A Levite is the next person to encounter the man and he too passes by him without stopping to help him. Levites were from the tribe of Levi which was the priestly tribe of Israel during the Exodus. While their rules and regulations were not as strict as the high(er) priests in Second Temple Judaism, they were still a priestly people which means that this Levite was yet another religious authority who passed by/over the dying man and did nothing…quite the commentary Jesus is providing!

Side note: the passage along which they were traveling is so narrow at some points that you would have needed to literally walk/step over the man in order to keep moving. Jesus’ point is clear here: the priest and the levite didn’t just turn a blind eye to the man…they stepped over him and kept moving without giving him a second thought.

And if you thought that was bad then hear the rest of the story: it was a Samaritan who stopped and took care of the man. It was actually rumored and forewarned to travelers from Jericho to Jerusalem to watch out for the Samaritans who might stop and rob you as you went on your way…do you see what Jesus is doing here? He is turning the entire structure on its head and making some pretty outrageous claims here, claims that would have gotten the attention of his listeners.

The Samaritan doesn’t just take the man into his care. He places him on his animal, pays for his expenses with the equivalent of 2 days wages and then says give me the bill if more is needed, and makes sure that he receives the medical attention he needs to make a full recovery.

“Who was the neighbor?” Jesus asks. The Samaritan, of course. “Go and do likewise.”

Instead of letting you sit with that story, I want to meddle again. Think about it like this. There once was a man traveling along the road between two countries. He encountered a group of robbers who beat and left him for dead. A politician walked by and said, “He isn’t my neighbor because he isn’t part of my political party” and he walked on. Then a pastor walked by and said, “He isn’t my neighbor because he doesn’t belong to my faith community” and he walked by. But then an immigrant, a foreigner, someone who did not belong to the country, someone about whom vicious lies had been spread, someone who had received the brutal end of diplomacy and democracy, and she was moved to pity. She took care of that man. She used her money, took him to a shelter…

Go. And do. Likewise.

There is no escaping the call of Jesus this morning. The lawyer asked two questions: what must I do to inherit eternal life? and who is my neighbor? The answers left no wiggle room: love the Lord your God and your neighbor and if a Samaritan taking care of a Jewish man after he was beaten by robbers is applauded for acting as a neighbor then that means everyone. And I don’t mean the neighbor next to you with the well manicured lawn who never leaves trash at the curb or throws raucous parties or who never comes asking for anything but when she borrows your allen wrench she returns it within 24 hours and the man who borrows some sugar comes back with cookies for you…not just them…I’m talking the immigrant, the migrant, the poor, the destitute, the DIFFERENT FROM YOU AND ME. We will be overwhelmed, I suspect, by the vast diversity of the Kingdom of God supping together at the eschatological banquet table.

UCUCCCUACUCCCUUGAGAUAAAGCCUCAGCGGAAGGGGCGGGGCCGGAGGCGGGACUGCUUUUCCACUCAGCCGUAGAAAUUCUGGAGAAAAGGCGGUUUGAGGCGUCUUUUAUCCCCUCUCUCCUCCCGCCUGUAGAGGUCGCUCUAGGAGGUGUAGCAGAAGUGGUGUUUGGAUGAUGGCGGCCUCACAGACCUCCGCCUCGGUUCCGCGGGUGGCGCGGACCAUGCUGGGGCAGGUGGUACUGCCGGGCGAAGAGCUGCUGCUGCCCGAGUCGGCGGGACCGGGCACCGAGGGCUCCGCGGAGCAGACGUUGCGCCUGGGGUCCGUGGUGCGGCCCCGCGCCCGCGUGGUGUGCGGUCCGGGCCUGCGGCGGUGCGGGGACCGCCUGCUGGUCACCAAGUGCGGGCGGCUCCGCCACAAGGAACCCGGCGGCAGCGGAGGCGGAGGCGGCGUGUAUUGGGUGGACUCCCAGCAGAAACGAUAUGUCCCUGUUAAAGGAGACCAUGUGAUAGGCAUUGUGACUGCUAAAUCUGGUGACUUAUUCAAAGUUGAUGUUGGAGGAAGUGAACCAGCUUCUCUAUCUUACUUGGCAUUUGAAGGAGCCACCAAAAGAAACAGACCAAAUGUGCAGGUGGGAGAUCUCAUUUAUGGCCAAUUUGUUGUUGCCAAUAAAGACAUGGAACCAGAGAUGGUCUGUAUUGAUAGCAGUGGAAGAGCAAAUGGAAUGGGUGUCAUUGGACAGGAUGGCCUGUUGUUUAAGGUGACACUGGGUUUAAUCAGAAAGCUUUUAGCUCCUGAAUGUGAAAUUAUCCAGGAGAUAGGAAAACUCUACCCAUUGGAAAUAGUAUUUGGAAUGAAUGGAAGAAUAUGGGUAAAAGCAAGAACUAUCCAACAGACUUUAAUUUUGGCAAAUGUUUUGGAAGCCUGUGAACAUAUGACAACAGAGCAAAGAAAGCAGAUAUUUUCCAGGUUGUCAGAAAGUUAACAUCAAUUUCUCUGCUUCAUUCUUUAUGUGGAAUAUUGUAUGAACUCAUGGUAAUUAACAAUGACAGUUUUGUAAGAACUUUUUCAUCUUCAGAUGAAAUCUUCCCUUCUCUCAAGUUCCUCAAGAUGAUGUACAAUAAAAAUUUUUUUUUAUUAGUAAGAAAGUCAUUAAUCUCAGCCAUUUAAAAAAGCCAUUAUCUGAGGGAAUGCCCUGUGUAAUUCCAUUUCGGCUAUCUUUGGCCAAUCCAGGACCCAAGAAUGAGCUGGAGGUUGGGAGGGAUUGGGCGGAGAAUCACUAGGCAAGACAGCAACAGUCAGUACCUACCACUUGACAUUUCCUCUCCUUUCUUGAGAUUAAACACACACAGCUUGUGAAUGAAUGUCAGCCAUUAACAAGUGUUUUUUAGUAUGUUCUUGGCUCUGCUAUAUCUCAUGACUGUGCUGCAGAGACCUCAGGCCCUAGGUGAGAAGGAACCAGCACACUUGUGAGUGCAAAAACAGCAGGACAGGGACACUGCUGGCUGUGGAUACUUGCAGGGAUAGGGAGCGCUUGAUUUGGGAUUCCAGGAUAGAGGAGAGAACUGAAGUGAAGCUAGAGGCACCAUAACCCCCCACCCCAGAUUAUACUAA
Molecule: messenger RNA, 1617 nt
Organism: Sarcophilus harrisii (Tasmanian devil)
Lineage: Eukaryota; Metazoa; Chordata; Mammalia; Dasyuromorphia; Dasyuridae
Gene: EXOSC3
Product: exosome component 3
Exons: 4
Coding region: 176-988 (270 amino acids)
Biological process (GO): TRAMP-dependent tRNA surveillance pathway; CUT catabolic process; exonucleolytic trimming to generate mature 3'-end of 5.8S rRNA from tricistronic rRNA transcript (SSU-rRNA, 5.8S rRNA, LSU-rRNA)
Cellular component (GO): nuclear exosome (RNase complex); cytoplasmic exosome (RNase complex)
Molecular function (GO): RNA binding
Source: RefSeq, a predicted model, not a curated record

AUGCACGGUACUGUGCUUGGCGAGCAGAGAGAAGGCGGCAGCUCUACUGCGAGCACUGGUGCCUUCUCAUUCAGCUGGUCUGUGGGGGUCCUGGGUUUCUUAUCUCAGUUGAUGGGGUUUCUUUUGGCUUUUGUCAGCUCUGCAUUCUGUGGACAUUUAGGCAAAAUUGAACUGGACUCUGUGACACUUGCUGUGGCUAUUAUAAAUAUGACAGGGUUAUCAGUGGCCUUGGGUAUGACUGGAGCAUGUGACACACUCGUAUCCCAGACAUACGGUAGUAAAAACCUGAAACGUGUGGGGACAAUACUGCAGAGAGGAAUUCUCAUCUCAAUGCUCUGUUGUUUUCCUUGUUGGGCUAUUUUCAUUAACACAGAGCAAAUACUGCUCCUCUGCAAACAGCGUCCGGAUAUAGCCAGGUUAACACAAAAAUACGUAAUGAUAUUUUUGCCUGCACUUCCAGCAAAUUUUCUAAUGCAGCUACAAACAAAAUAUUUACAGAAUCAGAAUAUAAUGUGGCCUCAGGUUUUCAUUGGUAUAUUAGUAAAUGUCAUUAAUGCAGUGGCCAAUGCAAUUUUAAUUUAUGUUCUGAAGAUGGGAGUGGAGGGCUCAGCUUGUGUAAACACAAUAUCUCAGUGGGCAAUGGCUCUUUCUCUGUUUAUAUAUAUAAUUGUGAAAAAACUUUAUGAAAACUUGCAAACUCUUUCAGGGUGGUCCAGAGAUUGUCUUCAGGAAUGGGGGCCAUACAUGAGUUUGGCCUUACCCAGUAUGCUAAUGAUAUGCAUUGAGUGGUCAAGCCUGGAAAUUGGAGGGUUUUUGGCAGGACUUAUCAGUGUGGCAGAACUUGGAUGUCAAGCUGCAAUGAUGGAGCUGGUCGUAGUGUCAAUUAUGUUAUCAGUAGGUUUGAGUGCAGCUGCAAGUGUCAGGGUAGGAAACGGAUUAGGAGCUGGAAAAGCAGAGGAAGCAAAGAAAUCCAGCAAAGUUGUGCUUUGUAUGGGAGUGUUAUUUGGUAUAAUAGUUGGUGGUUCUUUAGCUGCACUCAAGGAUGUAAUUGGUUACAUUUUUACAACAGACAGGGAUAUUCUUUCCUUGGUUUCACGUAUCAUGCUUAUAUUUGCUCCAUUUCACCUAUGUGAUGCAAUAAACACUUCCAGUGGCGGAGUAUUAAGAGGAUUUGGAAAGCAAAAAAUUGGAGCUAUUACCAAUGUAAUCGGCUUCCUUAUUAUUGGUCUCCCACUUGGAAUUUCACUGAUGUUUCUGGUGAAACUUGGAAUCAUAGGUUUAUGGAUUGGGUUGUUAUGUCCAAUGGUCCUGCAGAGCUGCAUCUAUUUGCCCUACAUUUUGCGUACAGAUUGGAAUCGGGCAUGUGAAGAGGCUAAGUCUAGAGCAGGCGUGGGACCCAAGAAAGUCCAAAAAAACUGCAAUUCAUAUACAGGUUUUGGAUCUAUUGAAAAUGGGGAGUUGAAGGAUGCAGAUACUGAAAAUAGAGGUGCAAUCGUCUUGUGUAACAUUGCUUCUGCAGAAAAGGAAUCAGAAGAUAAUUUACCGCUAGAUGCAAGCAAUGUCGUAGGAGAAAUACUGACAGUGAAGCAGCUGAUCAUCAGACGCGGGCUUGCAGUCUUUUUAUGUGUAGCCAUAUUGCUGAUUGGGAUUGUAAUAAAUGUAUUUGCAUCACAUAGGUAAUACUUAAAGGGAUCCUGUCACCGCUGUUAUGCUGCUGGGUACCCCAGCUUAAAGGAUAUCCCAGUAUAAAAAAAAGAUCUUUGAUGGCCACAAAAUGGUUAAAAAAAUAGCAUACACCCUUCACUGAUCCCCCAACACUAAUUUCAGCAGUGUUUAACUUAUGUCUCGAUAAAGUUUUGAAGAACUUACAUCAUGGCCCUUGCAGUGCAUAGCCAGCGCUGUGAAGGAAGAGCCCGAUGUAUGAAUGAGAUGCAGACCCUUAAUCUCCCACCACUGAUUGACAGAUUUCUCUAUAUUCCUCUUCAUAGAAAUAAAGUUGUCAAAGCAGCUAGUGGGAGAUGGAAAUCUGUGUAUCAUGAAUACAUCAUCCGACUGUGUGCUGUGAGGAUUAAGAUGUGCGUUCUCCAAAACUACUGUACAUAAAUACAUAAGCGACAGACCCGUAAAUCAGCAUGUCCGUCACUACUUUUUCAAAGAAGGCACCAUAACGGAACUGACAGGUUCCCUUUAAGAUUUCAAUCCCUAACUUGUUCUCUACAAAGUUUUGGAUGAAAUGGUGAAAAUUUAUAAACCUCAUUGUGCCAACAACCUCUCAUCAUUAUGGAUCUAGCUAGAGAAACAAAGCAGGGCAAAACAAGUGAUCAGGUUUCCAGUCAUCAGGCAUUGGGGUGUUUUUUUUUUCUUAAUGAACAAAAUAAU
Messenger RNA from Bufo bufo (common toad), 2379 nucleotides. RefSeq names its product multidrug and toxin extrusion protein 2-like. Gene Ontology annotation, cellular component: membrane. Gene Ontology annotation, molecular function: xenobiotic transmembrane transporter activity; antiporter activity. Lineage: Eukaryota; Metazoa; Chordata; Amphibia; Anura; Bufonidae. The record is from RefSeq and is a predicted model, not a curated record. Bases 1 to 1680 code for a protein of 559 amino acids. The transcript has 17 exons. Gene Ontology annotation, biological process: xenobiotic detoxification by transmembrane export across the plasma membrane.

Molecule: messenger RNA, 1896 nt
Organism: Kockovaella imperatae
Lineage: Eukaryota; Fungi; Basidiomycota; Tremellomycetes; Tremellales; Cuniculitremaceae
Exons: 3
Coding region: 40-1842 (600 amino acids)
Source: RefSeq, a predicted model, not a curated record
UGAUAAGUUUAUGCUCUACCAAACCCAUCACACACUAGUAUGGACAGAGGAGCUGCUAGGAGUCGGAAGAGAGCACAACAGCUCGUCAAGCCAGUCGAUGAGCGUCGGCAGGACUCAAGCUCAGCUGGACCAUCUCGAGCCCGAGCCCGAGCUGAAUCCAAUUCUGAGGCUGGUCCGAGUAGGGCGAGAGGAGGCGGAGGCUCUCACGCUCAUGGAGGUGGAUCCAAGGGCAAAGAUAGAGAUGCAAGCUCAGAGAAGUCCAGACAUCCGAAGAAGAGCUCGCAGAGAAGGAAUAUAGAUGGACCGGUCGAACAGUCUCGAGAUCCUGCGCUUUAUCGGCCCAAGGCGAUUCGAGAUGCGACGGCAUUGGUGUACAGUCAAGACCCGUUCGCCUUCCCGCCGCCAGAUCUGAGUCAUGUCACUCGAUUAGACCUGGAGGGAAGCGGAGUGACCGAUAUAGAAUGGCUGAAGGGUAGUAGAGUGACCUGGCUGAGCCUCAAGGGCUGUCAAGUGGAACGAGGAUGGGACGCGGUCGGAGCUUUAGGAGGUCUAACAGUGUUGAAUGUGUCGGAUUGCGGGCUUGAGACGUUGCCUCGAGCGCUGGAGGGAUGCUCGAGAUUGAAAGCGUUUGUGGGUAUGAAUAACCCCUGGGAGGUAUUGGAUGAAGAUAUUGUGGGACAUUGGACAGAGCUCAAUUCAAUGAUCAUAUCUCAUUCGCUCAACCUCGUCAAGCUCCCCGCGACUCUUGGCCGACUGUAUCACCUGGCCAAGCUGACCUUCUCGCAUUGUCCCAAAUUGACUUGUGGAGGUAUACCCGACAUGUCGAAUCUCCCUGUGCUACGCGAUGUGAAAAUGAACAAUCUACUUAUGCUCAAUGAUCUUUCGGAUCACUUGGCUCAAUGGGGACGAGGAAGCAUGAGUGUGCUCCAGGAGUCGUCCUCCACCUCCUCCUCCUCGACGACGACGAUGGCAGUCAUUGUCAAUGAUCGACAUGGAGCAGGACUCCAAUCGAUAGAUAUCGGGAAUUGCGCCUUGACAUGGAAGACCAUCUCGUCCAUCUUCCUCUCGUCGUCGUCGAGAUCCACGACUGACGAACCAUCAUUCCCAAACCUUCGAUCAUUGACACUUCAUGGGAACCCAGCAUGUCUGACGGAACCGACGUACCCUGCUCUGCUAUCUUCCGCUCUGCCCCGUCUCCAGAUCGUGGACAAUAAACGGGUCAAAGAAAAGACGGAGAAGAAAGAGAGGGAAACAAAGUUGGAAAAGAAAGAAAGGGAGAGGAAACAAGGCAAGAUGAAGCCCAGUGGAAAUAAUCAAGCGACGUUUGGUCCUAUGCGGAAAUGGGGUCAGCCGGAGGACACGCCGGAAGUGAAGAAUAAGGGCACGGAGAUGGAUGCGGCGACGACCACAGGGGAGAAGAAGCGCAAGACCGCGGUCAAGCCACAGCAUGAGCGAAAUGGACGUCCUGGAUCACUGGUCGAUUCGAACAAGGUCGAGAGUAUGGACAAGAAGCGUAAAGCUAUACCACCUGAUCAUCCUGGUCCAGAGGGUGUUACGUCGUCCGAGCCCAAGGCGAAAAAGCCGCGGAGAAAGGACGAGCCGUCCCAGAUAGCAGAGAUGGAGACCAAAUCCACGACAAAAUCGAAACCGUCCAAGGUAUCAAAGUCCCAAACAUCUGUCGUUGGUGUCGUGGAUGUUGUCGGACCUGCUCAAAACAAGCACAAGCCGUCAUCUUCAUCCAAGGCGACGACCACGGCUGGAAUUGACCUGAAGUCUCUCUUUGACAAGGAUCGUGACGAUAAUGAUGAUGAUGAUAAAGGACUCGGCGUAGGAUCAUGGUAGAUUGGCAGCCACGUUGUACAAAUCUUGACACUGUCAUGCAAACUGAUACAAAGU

The lessons and the collect are rather clear this morning: you know what you ought to do and you need to pray that God would change your oughta’s into wanta’s so you can go about doing it…and we will be able to see the results based on the fruit of your labors…the proof is in the pudding my friends. When you live a life based on principles, 99% of your decisions are already made…when you live in the Kingdom of God, 100% of your decisions are already made…but will you follow through? Will you accept the call of God today, here, now, and begin reordering and reorganizing your live so that it aligns most fully with God and his kingdom? Will you commit to not only knowing what you ought to or should do in a moment but to actually doing it? 

Love the Lord your God with all your heart, and your body, and your mind, and your strength, and your soul, and your wallets, and you resources…and love your neighbor as yourself…Go and do likewise, friends.